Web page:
Ceftaroline: An Alternative Broad Spectrum Antibiotic for Pediatric Infections

Marcia L. Buck, PharmD, FCCP, FPPAG, BCPPS

Disclosures

Pediatr Pharm. 2017;23(6) 

In This Article

Mechanism of Action and Spectrum of Activity

Ceftaroline is the active metabolite of the prodrug ceftaroline fosamil.[1–3] The prodrug is converted to active ceftaroline by plasma phosphate enzymes. As with other cephalosporins, the antibacterial activity of ceftaroline is the result of binding to essential penicillin-binding proteins (PBPs) to inhibit bacterial cell wall synthesis. Ceftaroline exhibits enhanced activity for mutated PBPs, including the mecA gene-encoded mutant PBP2a seen in MRSA, PBP2x associated with multi-drug resistant Strep. pneumoniae, PBP1A, and PBP2b. The resulting efficacy of ceftaroline, particularly in treating MRSA and beta-lactam resistant Strep. pneumoniae, has led some authors to refer to it as the first "5th generation" cephalosporin.[1]

Ceftaroline is indicated for the treatment of ABSSI cause by methicillin-sensitive and methicillin-resistant strains of Staph. aureus, Strep. pyogenes, Strep. agalactiae, E. coli, Klebsiella pneumoniae, and Klebsiella oxytoca. It is approved for CABP caused by Strep. pneumoniae, methicillin-sensitive Staph. aureus, E. coli, Haemophilus influenzae, Klebsiella pneumonia, and Klebsiella oxytoca. Criteria for interpreting susceptibility based on minimum inhibitory concentrations and disk diffusion zone diameters is available in the manufacturer's prescribing information.[3,4]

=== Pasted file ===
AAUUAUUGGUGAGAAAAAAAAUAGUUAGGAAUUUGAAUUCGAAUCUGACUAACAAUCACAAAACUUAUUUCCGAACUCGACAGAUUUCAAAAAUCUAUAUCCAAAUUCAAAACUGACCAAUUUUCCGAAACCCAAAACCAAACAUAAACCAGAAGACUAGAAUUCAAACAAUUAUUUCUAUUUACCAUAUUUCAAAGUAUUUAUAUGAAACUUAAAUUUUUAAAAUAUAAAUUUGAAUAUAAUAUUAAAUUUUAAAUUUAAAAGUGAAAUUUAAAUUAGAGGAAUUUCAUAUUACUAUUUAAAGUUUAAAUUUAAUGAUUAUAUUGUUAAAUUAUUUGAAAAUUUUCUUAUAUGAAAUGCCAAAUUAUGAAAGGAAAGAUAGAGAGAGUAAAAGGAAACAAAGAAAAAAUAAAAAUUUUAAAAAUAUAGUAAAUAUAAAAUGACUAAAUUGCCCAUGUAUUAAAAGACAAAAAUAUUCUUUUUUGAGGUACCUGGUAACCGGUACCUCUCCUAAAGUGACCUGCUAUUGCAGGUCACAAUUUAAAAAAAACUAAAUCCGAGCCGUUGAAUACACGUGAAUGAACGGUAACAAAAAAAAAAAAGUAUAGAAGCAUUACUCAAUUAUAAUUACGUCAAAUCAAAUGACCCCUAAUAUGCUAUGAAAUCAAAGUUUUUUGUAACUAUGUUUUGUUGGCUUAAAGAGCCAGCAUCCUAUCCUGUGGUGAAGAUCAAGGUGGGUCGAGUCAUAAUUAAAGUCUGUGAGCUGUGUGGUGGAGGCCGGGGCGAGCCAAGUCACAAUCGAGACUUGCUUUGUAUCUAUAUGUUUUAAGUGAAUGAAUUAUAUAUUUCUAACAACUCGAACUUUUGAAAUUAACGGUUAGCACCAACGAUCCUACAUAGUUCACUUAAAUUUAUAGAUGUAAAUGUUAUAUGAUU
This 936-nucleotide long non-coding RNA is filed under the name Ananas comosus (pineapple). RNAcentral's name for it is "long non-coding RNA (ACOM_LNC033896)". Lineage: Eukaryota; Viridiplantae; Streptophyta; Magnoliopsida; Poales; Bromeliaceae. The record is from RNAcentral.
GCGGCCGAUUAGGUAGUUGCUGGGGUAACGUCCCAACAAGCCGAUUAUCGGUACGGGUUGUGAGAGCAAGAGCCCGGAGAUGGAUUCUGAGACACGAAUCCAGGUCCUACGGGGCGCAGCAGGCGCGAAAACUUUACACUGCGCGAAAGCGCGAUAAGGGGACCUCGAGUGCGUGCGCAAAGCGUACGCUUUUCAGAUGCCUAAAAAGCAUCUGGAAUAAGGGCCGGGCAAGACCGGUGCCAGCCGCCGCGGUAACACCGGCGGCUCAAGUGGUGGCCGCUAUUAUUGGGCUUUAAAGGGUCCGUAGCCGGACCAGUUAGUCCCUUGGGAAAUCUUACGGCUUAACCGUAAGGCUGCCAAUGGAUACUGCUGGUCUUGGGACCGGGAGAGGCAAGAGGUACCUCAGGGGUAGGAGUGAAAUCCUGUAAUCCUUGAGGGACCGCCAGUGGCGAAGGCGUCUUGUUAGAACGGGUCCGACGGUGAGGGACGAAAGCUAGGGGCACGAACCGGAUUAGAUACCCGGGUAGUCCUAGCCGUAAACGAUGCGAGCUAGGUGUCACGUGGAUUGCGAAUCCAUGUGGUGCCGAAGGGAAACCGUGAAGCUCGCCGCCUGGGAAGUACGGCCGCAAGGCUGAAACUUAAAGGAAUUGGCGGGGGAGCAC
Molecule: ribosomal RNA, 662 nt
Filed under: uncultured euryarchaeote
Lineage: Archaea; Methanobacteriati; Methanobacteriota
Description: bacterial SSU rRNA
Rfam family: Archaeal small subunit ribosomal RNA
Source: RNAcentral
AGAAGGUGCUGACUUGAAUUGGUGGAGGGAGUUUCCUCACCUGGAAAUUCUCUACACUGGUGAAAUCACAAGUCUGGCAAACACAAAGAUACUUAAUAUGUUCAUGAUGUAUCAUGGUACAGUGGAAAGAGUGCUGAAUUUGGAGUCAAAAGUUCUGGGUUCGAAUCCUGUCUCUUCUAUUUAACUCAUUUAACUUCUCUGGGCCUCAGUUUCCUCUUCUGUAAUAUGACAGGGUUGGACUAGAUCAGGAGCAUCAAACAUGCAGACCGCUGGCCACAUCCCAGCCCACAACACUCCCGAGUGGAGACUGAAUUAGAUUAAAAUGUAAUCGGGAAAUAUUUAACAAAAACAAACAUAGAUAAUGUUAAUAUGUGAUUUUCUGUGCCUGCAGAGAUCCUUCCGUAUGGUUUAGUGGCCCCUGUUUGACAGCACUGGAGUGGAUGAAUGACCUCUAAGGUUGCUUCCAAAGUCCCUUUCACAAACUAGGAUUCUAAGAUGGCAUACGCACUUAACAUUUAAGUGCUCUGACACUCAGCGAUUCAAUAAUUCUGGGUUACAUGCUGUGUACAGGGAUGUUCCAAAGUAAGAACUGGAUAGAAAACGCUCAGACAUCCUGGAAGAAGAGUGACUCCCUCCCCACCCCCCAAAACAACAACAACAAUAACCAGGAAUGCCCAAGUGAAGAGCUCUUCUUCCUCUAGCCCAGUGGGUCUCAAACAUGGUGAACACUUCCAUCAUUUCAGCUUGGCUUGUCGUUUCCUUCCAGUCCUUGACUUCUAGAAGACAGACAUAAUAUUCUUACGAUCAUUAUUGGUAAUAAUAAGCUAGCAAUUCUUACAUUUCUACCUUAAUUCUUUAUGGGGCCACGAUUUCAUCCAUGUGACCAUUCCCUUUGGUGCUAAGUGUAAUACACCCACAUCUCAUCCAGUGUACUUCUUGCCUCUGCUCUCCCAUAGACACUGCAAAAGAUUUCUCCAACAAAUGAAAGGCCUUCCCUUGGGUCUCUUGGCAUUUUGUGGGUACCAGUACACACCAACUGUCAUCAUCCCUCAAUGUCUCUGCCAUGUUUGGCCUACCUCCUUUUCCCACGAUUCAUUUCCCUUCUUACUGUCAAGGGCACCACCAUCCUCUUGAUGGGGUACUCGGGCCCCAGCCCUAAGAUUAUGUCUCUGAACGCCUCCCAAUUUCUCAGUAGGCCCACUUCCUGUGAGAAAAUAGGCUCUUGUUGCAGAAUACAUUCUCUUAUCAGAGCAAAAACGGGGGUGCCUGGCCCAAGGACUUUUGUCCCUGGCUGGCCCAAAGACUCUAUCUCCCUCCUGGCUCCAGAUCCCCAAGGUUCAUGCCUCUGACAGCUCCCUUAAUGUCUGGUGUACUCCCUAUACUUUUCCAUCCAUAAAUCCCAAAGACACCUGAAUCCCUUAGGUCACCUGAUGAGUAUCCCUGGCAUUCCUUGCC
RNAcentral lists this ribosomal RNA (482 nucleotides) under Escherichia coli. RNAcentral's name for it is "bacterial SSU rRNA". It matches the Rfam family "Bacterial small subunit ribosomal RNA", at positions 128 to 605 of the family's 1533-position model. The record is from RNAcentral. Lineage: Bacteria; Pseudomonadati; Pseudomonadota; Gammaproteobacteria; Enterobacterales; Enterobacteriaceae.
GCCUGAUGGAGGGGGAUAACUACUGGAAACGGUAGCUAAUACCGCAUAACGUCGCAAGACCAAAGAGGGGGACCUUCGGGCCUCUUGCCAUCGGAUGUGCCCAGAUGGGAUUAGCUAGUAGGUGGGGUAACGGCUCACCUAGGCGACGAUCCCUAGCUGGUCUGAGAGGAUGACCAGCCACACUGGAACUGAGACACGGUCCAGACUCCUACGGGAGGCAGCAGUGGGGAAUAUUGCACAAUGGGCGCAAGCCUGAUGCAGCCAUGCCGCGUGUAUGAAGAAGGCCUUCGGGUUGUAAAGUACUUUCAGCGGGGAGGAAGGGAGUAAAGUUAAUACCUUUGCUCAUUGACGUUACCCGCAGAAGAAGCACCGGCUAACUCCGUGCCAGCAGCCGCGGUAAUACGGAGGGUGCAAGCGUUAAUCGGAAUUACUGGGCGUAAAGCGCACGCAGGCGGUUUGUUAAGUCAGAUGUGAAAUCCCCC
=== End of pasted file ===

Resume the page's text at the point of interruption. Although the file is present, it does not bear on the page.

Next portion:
In vitro testing suggests that ceftaroline may also be effective against Strep. dysgalactiae, Citrobacter koseri, Citrobacter freundii, Enterobacter cloacae, Enterobacter aerogenes, Moraxella catarrhalis, Morganella morganii, Proteus mirabilis, and Haemophilus parainfluenzae; however, there are not adequate clinical studies to support their use in these infections at this time. Ceftaroline is not active against Gram negative bacteria that produce extended spectrum beta-lactamases (ESBLs).[3,4]

The development of ceftaroline-resistant MRSA isolates has been documented in several case reports in adults. In 2016, Cannavino and colleagues reported a case of ceftaroline-resistant MRSA in a 4-year-old girl with cystic fibrosis (CF) after 22 ceftaroline courses over a period of 30 months.[5] The authors hypothesize that subinhibitory concentrations of the drug in the thick mucus of the airways in patients with CF may have supported the development of genetic mutations leading to resistance.

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